Just a few days' exposure to ambient air pollution was associated with increased risk of death from asthma, researchers from China indicated.
Earlier studies have linked short-term exposure to fine particulate matter (PM2.5), nitrogen dioxide (NO2), and ground-level ozone (O3) in asthma sufferers to increased symptoms, exacerbations, and hospital emergency department visits, but the study is among the first to show a link between short-term exposure and death from asthma.
Researchers in China analyzed death records from approximately 4,500 people who died of asthma in a province of the nation with a population of 59 million people and more than 50 air quality monitoring stations.
The findings were published online in the American Thoracic Society journal: American Journal of Respiratory and Critical Medicine.
"Given that short-term exposure to air pollution has been associated with increased risk of death from a variety of causes, including chronic obstructive pulmonary disease, we hypothesized that air pollution might increase the risk of death from asthma," said Yuewei Liu, PhD of Sun Yat-sen University in Guangzhou, China, in a press release.
For the study, he and his colleagues used a case-crossover design along with conditional logistic regression modeling to analyze the data. Exposures to PM2.5, PM10, sulfur dioxide (SO2), NO2, carbon monoxide (CO), and O3 were estimated using inverse distance weighted averages of all monitoring stations within 50 kilometers of the home address of each deceased case.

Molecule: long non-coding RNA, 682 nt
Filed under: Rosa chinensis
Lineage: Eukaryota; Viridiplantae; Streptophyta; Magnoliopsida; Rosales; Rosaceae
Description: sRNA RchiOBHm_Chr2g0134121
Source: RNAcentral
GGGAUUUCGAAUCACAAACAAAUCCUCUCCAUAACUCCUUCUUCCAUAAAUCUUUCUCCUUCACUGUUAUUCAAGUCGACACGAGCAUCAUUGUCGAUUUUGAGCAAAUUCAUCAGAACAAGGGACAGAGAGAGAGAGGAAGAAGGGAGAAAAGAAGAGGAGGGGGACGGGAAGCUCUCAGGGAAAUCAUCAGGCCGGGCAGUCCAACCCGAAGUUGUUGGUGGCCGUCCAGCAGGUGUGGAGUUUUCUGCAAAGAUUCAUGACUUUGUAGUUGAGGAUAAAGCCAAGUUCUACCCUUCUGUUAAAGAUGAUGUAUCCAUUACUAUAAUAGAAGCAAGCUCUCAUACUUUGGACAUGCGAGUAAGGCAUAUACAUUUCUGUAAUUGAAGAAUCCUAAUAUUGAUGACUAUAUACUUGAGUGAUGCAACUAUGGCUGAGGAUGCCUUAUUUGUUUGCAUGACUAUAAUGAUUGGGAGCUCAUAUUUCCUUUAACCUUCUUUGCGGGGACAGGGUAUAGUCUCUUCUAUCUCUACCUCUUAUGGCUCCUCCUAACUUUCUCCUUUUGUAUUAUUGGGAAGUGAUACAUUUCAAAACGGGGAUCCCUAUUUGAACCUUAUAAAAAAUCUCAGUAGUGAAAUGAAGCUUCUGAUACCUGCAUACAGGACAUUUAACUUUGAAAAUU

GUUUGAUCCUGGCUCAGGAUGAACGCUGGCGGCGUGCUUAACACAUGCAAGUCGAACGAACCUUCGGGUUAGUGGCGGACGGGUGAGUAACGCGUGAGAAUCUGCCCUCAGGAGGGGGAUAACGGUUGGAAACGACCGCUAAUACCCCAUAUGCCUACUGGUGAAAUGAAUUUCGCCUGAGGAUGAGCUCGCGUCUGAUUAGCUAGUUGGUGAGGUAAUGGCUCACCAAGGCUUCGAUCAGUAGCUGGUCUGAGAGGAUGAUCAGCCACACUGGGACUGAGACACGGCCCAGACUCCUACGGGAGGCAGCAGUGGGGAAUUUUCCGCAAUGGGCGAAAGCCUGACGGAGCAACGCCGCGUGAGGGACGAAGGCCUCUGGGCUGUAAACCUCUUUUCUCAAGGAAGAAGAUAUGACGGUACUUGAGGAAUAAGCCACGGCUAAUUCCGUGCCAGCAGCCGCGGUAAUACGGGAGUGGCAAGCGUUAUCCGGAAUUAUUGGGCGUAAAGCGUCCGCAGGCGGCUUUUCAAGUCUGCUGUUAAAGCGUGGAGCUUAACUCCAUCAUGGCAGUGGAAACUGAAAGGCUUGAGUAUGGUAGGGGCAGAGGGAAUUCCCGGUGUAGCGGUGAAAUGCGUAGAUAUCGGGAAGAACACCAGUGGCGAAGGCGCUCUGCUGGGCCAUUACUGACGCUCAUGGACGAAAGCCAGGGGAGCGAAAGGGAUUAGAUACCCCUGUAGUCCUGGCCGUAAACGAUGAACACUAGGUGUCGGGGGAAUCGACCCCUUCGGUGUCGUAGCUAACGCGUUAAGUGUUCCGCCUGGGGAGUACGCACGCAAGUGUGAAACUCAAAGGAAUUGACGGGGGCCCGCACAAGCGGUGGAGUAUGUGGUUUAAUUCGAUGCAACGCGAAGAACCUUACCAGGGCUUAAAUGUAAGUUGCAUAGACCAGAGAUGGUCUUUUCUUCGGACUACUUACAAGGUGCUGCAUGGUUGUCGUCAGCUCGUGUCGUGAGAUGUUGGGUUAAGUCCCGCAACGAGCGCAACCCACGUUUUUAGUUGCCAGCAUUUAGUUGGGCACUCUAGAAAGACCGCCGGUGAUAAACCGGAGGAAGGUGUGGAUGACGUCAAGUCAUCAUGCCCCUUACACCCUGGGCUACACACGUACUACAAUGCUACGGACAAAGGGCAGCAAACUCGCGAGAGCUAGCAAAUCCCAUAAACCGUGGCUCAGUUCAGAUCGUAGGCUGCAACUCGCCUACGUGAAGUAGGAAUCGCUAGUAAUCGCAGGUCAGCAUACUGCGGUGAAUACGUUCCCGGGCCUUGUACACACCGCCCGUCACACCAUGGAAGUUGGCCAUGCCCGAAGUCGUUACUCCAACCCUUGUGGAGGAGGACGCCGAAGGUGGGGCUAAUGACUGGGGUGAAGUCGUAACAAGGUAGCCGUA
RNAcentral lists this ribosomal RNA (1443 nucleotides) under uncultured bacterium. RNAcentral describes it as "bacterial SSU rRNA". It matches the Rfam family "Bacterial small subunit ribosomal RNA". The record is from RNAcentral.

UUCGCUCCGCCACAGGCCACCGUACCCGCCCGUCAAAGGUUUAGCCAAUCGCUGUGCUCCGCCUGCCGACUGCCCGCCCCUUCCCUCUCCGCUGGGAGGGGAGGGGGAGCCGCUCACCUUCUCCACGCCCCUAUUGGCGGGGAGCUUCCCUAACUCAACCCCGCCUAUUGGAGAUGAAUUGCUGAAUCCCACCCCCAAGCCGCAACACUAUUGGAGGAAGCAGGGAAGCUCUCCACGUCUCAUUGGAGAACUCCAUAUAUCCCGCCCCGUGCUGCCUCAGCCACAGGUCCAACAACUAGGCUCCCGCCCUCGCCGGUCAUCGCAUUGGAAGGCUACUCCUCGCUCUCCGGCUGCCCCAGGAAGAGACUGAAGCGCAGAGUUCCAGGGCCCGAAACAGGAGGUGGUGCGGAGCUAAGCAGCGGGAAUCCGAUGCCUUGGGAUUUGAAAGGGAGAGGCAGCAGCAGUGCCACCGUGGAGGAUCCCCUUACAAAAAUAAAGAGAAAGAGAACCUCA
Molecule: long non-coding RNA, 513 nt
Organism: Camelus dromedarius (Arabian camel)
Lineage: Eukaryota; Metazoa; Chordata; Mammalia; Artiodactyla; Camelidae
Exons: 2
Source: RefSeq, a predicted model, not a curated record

For each asthma death identified by the researchers, the case day was defined as the death date, and the death case also served as his or her own control. Control days were defined as the days in the same year and month as the death day that shared the same day of the week to control for confounding effects by day of week, long-term trend, and seasonality (3 or 4 control days).
The team used inverse distance weighting (ID) to assess air pollutant exposures. Locations of monitoring stations and case home addresses were geocoded, and for each asthma death, the researchers estimated air pollution exposure on the day of death by calculating the inverse distance weighted average of concentrations at all monitoring stations within 50 km of the home address on each of the case and control days.
Odds ratios (ORs) for asthma mortality associated with each interquartile range (IQR) increase of exposure to PM2.5 (lag 3 day exposure; IQR: 47.1 μg/m3), NO2 (lag 3; IQR: 26.3 μg/m3), and O3 (lag 3; IQR: 52.9 μg/m3) were 1.07 (95% CI, 1.01-1.12), 1.11 (95% CI, 1.01-1.22), and 1.09 (95% CI, 1.01-1.18), respectively.
"In this large case-crossover study, we found that short-term exposure to PM2.5, NO2, and O3 were significantly associated with asthma mortality. For each IQR increase of PM2.5 (lag 3), NO2 (lag 03), and O3 (lag 3), the odds of asthma mortality increased by 7%, 11%, and 9%, respectively," the researchers wrote.
They added that the findings did not change after adjustment for other pollutants in two-pollutant models.
Sex, age, and season also did not appear to significantly modify the associations between short-term exposure to air pollution and asthma mortality, with the exception that the association for O3 was only identified among cases who died before the age of 80 and in the warm season.
"Our findings provide new evidence that short-term exposure to air pollution may increase the risk of dying from asthma and highlight the need for those with asthma to take effective measures -- staying indoors with an air purifier or wearing a mask -- to reduce air pollution exposure when those levels are very high," Liu said.
Funding for the study was provided by the National Science Foundation of China, the Health Commission of Hubei Provence, and the Hubei Provincial Committee of the Communist Youth League of China.
The authors reported no disclosures.
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